Educational resilience: how to get good academic results when everything is against you


Educational resilience is the ability of students to perform well despite adverse social, economic, or family circumstances. The key question is to find out which personal, family and educational context favor the resilience of students.

Knowing these protective characteristics is essential to try to help the least resilient. In our recent article, Academic resilience in European countries: The role of teachers, families and student profiles , the characteristics of the students are investigated. students, teachers and parents that promote educational resilience. The most notable results of this work that we have carried out are described below.

The data analyzed in the research come from the Progress in International Reading Literacy Study ( PIRLS ), of the International Association for the Evaluation of Educational Achievement ( IEA ). The PIRLS test assesses the reading comprehension of fourth grade students , which in Spain corresponds to fourth grade students in Primary Education.

A representative sample of students from 23 countries of the European Union, including Spain, was used. This is a very large sample of 117,000 European students belonging to 4,300 educational centers, and with regard to Spain 14,500 students from more than 600 centers were evaluated.

Social, economic and cultural indicators

To determine the socioeconomic situation of the students, the so-called Social, Economic and Cultural Index (ISEC) was used, which is made from four indicators:

  • Possessions in the home.
  • Books at home.
  • Maximum educational level of the parents.
  • Maximum level of occupation of the parents.

From the data obtained, it is considered that a student is resilient when his ISEC is below the first quartile of his country, that is, he is among the 25% with the lowest value in this index, and, nevertheless, he obtains some good academic results, located above the third quartile, among the 25% of the best students.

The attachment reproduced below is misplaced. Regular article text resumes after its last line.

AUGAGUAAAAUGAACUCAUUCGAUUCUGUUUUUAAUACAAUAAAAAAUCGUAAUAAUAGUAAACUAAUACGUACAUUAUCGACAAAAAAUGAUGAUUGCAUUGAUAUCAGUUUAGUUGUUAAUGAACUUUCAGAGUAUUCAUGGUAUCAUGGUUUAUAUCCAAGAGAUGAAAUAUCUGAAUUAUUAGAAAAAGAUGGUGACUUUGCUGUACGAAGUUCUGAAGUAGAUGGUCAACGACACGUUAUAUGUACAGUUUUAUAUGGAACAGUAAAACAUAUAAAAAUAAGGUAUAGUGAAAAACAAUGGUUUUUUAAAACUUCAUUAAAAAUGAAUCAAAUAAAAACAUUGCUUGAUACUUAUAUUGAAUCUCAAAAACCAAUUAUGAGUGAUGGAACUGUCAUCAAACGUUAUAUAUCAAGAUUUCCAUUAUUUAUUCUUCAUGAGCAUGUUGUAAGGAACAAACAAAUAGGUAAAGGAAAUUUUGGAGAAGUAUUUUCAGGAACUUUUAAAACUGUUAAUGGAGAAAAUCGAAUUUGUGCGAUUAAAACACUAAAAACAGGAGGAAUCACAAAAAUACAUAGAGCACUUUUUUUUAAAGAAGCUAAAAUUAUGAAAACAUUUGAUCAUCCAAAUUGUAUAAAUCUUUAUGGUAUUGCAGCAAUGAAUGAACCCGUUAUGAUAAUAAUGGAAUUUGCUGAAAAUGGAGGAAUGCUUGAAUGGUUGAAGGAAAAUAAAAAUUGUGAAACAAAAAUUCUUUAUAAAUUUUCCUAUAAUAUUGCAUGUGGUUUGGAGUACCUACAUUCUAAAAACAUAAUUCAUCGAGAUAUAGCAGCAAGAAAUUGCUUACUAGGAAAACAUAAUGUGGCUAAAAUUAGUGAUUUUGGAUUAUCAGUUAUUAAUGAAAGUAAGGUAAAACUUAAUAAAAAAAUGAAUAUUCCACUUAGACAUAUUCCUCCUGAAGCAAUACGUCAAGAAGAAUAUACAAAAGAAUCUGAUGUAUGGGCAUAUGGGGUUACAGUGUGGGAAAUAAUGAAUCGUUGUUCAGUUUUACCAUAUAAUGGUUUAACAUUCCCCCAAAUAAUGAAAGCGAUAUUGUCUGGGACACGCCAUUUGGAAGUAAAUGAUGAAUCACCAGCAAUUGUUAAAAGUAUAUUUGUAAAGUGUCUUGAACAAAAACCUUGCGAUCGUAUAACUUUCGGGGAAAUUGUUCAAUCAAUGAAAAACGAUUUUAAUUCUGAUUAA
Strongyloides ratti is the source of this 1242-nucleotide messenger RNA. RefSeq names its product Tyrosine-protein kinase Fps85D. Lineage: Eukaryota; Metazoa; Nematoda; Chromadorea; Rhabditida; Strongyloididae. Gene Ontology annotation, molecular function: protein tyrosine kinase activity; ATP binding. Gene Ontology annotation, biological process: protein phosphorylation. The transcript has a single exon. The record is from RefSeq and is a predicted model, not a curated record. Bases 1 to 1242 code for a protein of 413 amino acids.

23% of resilient students were found in the European countries studied, slightly decreasing in the case of Spain to 21%.

What enhances resilience?

Ten variables of the individual and family context of the students and fourteen referred to the context of the teacher and their pedagogical strategies were analyzed. Although the detailed results can be consulted in the aforementioned work, some of the most relevant should be highlighted here.

In all the European Union countries studied, students with higher reading confidence are more likely to be resilient than their less confident peers, increasing the chances of resilience by up to 82% in the case of Spain.

The probability of resilience is also increased in most countries by having a high sense of belonging to the center, having acquired early literacy tasks in the family environment (knowing the alphabet, reading simple words or phrases), having carried out reading activities before starting school (their parents read books or stories to them or sang songs to them) or having attended educational centers before starting primary school.

Factors related to the context and the work of teachers predict the resilience condition of students to a lesser extent than their family and individual backgrounds. However, some variables referring to teachers and their practice are of special interest in terms of their impact on the probability of student resilience.

The climate of safety and coexistence in the centers and the use of comprehensive and reflective reading strategies increase the probability of resilience, reaching close to 20% in the case of Spain.

On the contrary, teaching strategies of a routine, repetitive and monotonous nature tend to lower the probability of resilience of the students.

21% of resilient students in Spain

In Europe, around 23% of fourth-grade students show a high degree of educational resilience, that is, they carry out their studies successfully despite adverse socio-economic and cultural circumstances. In the case of Spain, this percentage drops slightly to 21%.

Characteristics such as confidence in reading, the involvement of families in their children’s education, attendance at centers before starting primary school, a good school climate, or teachers who flee from routine strategies enhance the resilience capacity of students. students, both in Spain and in the rest of the European countries studied.

In sum, the positive message is clear: students’ academic resilience can be significantly improved by enhancing parenting and active and stimulating schools.

Author Bios: Francisco Javier Garcia Crespo is Associate Professor of Statistics and Operations Research at Complutense University of Madrid, Jose Muñiz is Professor of Psychometry and Rector at Nebrija University and Ruben Fernandez-Alonso is Professor of the Department of Educational Sciences at the University of Oviedo